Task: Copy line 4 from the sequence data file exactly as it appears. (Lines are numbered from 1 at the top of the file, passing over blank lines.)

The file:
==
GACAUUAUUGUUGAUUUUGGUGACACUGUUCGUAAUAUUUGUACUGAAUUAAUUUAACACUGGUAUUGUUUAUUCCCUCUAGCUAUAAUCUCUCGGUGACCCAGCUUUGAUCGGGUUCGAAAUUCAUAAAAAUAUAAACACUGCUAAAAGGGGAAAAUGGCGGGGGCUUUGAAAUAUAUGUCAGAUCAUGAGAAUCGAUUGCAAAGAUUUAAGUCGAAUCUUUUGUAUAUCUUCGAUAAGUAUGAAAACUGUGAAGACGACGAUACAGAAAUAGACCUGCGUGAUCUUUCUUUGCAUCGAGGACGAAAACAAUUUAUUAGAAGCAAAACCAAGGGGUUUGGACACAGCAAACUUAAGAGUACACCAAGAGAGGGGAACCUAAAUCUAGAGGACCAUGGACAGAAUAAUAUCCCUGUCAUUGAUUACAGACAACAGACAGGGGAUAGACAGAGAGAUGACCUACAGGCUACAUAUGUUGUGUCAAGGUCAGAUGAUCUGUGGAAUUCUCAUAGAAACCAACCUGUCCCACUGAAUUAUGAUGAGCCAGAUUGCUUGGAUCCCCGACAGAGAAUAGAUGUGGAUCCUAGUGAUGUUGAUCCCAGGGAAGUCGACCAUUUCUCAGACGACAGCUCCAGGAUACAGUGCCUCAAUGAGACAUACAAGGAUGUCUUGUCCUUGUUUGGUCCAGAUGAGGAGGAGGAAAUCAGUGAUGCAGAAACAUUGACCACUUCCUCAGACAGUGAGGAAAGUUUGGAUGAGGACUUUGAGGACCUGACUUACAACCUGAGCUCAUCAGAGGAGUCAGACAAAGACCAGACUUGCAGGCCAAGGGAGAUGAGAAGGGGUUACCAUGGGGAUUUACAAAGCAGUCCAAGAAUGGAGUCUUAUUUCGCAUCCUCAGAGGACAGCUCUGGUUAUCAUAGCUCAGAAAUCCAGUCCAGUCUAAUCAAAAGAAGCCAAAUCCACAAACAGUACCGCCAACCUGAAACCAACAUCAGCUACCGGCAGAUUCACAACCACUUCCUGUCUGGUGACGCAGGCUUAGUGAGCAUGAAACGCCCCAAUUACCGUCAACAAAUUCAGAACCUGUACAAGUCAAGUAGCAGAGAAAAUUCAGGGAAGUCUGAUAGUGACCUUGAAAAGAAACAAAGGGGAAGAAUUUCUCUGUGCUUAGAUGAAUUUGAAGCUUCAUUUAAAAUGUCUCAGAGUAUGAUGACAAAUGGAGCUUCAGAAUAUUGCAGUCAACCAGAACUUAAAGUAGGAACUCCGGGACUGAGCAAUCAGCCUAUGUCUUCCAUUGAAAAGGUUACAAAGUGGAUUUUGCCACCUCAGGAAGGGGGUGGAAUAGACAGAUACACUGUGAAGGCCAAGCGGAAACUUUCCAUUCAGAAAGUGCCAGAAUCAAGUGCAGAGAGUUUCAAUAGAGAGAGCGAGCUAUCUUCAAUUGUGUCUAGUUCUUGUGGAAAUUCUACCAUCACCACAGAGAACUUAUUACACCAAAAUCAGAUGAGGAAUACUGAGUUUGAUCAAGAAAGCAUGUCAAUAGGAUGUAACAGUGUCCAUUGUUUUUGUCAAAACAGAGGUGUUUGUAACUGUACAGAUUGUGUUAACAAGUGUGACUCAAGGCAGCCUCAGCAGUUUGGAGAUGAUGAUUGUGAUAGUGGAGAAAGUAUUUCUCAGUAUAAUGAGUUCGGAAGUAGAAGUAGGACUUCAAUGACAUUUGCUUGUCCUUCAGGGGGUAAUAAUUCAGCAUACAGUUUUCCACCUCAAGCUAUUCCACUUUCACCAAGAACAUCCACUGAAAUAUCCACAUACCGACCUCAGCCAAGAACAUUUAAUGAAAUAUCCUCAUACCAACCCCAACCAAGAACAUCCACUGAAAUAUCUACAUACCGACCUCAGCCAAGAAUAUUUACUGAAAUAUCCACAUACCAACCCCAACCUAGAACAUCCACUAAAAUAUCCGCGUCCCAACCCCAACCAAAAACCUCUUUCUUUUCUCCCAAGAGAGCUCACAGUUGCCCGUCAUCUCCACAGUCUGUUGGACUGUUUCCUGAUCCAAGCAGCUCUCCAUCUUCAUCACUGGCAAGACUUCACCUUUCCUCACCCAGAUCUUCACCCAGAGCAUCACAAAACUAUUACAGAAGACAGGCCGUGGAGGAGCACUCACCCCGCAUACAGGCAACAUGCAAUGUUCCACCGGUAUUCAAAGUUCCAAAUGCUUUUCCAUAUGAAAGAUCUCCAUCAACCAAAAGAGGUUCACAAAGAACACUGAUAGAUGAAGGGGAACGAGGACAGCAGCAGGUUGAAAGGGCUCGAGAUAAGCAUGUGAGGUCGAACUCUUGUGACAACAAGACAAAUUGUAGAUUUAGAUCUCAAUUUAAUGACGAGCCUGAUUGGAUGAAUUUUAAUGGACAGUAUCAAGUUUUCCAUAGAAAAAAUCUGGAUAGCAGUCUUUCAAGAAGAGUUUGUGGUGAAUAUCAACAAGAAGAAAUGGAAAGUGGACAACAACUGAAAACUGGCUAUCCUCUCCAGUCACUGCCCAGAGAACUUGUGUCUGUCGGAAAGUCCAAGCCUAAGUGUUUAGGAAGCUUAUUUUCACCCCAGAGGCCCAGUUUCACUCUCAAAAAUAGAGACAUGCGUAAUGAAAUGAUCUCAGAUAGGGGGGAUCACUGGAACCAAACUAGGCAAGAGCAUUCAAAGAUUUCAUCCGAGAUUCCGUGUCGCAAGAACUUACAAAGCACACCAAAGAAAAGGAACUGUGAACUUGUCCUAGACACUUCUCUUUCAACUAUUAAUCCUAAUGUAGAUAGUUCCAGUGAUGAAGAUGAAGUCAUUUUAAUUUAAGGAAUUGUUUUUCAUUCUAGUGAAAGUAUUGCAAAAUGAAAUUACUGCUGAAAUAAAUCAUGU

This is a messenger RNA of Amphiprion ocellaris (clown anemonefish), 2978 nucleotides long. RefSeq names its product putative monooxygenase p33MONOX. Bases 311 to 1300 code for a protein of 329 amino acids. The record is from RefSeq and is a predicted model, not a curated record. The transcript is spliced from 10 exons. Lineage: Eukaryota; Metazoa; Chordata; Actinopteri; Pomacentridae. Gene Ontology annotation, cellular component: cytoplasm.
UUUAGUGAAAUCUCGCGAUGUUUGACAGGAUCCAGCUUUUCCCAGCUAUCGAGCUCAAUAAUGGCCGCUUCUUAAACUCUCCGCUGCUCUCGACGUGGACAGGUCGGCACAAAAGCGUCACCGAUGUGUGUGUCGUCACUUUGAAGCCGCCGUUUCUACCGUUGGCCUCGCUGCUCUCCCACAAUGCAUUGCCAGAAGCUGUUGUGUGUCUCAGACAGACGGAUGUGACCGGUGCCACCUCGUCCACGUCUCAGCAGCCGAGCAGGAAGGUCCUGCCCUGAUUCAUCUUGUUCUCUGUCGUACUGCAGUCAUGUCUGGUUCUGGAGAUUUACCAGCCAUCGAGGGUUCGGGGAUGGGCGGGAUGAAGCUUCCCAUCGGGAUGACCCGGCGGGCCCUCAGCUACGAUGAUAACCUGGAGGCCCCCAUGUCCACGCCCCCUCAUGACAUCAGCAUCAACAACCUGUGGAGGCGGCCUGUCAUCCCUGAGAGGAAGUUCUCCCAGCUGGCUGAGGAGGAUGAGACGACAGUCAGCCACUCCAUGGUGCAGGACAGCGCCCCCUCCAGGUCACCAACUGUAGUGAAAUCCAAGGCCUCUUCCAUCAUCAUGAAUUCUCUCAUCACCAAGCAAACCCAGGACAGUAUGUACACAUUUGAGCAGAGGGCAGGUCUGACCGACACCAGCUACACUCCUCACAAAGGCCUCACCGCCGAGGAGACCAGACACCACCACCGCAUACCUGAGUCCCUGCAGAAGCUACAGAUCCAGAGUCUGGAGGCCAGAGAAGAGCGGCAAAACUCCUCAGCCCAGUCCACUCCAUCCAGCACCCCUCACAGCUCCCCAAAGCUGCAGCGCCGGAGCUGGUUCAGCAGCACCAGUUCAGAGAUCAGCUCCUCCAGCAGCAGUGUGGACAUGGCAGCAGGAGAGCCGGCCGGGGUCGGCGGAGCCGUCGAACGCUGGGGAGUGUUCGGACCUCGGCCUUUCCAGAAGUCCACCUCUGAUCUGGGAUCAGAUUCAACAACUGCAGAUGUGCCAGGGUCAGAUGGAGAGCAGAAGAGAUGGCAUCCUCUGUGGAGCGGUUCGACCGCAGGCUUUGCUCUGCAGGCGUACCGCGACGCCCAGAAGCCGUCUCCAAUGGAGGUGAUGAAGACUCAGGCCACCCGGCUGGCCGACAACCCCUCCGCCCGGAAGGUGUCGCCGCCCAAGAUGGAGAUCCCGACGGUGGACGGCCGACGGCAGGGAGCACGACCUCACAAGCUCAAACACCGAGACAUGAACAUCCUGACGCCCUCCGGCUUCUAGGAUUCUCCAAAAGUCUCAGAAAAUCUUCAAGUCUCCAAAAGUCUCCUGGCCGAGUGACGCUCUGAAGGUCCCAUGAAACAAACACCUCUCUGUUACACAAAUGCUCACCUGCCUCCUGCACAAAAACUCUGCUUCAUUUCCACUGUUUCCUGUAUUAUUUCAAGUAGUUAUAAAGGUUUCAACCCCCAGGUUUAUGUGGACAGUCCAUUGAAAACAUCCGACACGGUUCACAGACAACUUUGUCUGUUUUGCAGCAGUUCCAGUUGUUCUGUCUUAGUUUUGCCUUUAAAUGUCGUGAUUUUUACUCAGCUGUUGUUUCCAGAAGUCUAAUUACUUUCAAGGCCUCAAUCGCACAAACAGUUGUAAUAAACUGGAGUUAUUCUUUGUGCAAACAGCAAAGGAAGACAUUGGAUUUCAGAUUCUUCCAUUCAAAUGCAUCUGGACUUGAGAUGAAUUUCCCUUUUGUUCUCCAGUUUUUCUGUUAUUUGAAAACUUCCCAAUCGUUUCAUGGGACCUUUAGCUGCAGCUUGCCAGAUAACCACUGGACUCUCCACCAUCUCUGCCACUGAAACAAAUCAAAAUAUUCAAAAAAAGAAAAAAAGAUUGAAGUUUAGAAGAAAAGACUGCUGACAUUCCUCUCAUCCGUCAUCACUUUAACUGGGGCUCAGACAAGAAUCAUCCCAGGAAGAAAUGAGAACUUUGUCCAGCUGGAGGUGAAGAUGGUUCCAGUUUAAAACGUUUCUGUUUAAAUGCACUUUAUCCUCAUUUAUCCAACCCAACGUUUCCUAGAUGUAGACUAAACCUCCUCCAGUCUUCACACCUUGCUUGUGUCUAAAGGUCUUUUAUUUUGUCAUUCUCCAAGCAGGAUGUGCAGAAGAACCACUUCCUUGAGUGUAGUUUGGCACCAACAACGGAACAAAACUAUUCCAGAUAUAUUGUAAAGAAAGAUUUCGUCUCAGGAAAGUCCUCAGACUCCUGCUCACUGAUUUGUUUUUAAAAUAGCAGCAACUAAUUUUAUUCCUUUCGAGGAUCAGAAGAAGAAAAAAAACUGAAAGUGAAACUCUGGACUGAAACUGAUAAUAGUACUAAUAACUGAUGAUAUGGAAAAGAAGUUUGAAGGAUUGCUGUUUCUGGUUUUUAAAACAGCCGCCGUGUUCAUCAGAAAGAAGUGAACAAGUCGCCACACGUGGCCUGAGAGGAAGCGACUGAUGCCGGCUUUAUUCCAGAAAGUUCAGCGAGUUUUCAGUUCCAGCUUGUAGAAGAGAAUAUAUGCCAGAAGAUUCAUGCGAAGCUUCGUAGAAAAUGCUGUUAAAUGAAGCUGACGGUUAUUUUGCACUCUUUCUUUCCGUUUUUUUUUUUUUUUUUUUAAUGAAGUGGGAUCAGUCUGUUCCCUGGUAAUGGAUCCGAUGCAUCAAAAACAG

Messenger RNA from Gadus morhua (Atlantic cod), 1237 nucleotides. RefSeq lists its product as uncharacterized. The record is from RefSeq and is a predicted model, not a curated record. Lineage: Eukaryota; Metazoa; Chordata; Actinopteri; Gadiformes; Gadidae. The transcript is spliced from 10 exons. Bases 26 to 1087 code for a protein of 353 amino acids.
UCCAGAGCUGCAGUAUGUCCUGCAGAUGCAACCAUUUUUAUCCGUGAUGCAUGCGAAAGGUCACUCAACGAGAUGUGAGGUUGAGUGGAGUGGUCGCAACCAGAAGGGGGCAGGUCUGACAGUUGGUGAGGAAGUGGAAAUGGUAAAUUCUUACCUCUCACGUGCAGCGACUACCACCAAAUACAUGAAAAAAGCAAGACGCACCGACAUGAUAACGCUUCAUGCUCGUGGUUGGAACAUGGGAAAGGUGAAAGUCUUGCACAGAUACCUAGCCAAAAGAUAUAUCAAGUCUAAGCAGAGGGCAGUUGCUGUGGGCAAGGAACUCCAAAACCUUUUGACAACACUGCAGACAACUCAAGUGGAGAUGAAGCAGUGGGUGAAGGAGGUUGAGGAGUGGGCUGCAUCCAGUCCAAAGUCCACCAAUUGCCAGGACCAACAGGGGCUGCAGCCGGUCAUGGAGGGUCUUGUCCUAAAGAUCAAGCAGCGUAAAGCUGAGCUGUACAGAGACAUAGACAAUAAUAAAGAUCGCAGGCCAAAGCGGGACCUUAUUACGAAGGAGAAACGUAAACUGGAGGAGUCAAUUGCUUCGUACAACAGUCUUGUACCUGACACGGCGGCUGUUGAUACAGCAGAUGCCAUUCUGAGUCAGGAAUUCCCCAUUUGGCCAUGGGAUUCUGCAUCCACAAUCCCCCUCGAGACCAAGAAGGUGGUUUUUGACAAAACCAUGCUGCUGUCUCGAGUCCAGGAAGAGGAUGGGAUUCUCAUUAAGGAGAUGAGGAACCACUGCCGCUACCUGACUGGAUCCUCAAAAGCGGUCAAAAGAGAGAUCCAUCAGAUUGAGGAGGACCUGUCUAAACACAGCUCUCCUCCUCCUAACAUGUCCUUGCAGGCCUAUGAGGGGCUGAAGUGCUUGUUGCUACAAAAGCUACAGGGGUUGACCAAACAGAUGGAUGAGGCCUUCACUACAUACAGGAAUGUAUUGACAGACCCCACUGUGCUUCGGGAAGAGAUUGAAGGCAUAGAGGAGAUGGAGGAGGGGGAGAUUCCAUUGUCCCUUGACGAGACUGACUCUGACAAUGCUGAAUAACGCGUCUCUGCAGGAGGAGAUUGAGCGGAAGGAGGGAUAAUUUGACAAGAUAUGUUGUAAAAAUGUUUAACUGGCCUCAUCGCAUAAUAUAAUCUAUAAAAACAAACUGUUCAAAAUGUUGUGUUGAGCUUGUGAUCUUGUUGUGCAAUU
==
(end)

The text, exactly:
Messenger RNA from Gadus morhua (Atlantic cod), 1237 nucleotides. RefSeq lists its product as uncharacterized. The record is from RefSeq and is a predicted model, not a curated record. Lineage: Eukaryota; Metazoa; Chordata; Actinopteri; Gadiformes; Gadidae. The transcript is spliced from 10 exons. Bases 26 to 1087 code for a protein of 353 amino acids.